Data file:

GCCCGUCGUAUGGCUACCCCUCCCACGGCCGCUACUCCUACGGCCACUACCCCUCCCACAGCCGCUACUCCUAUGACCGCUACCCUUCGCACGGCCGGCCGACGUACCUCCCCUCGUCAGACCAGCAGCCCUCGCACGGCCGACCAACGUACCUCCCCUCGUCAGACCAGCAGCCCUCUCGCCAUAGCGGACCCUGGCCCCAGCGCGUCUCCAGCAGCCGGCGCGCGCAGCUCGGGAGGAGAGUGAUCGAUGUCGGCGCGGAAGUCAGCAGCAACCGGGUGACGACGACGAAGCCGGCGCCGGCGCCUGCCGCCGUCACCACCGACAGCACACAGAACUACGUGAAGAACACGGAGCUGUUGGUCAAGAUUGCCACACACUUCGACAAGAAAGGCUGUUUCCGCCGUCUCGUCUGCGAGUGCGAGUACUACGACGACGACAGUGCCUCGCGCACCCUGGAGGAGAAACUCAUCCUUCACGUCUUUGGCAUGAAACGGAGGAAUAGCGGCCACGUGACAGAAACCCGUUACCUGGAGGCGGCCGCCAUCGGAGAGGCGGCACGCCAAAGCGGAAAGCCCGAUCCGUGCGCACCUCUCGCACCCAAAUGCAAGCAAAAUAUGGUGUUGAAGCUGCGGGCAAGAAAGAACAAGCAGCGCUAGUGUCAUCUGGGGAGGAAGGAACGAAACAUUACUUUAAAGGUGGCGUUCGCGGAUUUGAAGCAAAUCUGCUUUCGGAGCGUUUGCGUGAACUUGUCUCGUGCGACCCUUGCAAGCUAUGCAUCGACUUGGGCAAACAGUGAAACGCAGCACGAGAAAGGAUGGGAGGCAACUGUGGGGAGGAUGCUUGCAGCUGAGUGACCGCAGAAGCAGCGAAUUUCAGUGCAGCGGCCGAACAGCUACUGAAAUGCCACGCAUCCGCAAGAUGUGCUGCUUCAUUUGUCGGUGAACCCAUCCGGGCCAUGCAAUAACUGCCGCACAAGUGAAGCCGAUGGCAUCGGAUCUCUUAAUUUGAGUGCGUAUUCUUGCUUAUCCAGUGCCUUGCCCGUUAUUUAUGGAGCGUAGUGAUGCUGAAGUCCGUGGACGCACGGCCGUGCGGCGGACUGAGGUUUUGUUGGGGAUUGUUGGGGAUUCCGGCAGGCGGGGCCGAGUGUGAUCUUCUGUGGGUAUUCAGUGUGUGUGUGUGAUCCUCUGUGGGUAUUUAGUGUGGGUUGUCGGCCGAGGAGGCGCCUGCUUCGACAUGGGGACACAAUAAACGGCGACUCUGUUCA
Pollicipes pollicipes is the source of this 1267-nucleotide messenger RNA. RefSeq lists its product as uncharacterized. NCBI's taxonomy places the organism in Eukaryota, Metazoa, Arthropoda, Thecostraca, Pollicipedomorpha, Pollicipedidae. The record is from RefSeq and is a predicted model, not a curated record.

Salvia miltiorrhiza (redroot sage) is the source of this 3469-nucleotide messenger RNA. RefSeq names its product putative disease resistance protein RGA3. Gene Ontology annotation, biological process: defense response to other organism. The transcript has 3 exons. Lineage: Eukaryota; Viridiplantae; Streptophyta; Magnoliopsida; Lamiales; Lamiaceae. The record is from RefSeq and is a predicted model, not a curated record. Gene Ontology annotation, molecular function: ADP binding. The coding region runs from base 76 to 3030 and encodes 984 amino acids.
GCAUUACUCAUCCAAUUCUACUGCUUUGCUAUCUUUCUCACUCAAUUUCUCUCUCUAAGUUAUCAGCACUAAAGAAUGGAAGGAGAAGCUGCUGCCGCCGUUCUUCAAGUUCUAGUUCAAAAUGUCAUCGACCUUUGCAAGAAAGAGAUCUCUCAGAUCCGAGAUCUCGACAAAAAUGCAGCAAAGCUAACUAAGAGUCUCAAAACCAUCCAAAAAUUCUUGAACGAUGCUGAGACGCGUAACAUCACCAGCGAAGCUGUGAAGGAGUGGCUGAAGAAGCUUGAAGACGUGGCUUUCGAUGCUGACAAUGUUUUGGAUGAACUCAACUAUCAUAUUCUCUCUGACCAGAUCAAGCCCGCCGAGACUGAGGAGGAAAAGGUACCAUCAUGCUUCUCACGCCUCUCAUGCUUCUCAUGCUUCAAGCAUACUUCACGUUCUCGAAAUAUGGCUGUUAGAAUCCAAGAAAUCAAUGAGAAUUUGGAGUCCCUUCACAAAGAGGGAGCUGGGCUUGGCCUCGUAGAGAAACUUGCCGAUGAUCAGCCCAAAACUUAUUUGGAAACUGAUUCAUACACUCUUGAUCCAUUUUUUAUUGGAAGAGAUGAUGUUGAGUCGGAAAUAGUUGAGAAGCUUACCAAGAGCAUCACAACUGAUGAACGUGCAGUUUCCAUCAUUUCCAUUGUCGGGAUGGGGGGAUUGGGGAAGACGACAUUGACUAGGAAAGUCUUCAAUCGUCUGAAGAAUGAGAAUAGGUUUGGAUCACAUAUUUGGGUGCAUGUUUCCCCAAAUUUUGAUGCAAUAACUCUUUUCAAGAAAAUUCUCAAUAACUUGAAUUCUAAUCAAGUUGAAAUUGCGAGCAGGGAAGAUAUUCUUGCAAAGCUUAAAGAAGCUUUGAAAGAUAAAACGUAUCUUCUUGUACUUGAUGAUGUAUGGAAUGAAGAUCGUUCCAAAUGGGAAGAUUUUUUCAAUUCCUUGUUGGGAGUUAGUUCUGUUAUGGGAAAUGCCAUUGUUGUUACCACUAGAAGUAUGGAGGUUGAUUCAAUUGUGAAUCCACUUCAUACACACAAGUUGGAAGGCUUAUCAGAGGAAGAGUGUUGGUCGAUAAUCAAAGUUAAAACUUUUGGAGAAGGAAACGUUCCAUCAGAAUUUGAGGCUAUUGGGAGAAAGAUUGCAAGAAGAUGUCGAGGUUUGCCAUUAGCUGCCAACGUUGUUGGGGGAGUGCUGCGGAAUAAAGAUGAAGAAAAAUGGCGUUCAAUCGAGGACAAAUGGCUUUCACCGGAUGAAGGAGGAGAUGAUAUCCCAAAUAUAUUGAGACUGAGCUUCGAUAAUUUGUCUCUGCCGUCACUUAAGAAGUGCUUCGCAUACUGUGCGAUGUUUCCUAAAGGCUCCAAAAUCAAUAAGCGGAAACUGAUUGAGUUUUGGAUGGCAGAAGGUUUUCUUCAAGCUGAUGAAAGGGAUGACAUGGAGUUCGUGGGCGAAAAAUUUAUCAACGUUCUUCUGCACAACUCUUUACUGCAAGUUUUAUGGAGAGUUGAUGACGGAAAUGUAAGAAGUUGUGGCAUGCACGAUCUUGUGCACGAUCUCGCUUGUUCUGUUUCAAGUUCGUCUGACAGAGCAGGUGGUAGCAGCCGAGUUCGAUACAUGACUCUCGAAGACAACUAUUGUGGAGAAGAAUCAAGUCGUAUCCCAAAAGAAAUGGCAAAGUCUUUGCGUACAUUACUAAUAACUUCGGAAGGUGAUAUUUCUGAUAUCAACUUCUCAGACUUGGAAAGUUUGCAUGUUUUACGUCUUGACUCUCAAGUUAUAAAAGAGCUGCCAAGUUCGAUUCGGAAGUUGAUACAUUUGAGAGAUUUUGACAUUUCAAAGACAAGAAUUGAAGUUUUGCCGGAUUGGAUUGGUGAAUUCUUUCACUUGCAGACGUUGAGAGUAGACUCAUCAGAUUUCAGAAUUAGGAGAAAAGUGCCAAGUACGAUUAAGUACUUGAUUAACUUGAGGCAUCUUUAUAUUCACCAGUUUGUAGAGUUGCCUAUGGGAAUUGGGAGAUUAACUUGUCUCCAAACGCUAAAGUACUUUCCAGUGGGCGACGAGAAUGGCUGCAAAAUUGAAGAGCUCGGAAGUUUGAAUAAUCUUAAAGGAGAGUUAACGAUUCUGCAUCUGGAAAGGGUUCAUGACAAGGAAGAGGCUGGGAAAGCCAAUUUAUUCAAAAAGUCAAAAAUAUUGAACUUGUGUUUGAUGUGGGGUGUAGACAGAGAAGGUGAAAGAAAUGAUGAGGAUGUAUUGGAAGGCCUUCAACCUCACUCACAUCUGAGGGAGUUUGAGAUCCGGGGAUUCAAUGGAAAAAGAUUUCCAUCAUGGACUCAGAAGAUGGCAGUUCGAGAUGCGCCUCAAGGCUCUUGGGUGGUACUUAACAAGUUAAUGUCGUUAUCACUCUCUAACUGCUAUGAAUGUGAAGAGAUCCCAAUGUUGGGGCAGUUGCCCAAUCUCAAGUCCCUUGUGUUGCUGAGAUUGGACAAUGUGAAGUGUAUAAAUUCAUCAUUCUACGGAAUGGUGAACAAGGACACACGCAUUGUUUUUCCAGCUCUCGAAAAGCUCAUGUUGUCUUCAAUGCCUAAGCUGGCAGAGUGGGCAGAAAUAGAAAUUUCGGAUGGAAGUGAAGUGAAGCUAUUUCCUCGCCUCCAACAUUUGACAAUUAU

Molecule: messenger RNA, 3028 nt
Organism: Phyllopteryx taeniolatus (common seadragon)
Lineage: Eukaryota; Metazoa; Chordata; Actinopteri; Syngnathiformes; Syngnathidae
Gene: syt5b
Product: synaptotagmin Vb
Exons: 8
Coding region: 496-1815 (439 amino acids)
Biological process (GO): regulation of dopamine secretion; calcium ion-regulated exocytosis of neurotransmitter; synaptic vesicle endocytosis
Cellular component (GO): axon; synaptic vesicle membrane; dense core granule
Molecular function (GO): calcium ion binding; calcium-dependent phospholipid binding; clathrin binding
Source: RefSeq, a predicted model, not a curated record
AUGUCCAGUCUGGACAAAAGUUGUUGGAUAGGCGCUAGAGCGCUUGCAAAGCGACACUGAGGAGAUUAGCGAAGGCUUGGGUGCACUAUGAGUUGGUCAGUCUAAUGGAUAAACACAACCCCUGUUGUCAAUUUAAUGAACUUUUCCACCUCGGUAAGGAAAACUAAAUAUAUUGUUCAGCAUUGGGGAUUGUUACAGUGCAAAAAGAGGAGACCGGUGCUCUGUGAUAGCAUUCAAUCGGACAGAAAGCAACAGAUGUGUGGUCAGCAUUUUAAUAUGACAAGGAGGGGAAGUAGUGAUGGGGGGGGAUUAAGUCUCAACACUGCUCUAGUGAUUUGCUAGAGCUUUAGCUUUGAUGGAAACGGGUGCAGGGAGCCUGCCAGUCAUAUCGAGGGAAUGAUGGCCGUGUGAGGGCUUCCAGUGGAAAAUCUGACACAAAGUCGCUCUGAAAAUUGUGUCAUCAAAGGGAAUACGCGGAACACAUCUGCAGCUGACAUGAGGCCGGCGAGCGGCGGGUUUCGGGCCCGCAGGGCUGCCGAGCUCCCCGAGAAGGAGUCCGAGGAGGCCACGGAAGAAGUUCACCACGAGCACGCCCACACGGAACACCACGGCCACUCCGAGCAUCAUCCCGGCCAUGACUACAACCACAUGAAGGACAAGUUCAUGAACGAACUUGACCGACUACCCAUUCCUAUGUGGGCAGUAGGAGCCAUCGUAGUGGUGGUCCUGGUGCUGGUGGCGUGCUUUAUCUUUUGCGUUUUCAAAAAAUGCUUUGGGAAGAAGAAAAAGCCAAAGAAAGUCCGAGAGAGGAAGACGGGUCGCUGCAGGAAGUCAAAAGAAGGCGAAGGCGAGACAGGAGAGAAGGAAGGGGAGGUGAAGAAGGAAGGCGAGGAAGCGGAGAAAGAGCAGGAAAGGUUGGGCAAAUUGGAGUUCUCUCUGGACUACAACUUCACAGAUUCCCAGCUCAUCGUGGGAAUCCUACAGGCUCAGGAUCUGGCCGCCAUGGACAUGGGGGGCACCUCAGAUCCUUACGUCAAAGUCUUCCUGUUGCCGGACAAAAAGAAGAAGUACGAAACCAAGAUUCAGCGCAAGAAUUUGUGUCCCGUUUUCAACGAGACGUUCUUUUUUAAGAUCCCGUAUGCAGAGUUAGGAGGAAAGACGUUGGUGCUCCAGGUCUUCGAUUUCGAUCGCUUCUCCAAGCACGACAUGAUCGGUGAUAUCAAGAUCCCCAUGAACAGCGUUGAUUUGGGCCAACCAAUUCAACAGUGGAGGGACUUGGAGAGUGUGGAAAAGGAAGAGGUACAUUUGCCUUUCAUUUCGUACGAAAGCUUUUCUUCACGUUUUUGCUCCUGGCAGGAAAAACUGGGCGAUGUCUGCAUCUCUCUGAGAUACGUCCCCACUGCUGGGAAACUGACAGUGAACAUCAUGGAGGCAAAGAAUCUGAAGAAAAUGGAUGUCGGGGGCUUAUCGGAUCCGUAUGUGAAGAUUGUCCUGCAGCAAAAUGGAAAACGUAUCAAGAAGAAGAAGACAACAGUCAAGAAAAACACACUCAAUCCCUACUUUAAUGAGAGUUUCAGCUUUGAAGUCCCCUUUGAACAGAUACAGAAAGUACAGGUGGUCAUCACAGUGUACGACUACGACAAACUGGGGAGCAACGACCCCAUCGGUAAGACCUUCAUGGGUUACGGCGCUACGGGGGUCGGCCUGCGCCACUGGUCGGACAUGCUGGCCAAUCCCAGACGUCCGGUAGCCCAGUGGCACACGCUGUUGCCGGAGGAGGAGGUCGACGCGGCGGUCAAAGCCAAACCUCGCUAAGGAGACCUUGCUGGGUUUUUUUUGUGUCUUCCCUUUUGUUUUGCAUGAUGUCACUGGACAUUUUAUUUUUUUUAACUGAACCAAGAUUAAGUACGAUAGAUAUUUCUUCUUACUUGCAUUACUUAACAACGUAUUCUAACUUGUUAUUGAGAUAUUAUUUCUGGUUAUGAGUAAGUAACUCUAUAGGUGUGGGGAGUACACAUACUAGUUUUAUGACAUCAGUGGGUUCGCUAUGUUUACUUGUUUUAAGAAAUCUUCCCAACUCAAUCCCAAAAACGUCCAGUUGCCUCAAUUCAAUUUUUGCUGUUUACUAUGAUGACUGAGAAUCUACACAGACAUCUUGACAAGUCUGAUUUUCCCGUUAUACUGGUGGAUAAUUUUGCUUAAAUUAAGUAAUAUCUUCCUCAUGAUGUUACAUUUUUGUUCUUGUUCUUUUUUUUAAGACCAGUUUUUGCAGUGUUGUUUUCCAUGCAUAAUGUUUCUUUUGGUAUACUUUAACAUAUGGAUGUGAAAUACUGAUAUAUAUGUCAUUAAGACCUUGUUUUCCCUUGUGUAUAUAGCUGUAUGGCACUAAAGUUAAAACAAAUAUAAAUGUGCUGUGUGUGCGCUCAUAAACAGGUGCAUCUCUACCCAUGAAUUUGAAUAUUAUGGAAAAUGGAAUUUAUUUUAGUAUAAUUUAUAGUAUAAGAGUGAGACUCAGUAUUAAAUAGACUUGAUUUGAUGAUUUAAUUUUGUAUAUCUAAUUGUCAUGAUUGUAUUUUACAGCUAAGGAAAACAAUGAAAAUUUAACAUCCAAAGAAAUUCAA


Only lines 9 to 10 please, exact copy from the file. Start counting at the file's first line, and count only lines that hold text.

Product: synaptotagmin Vb
Exons: 8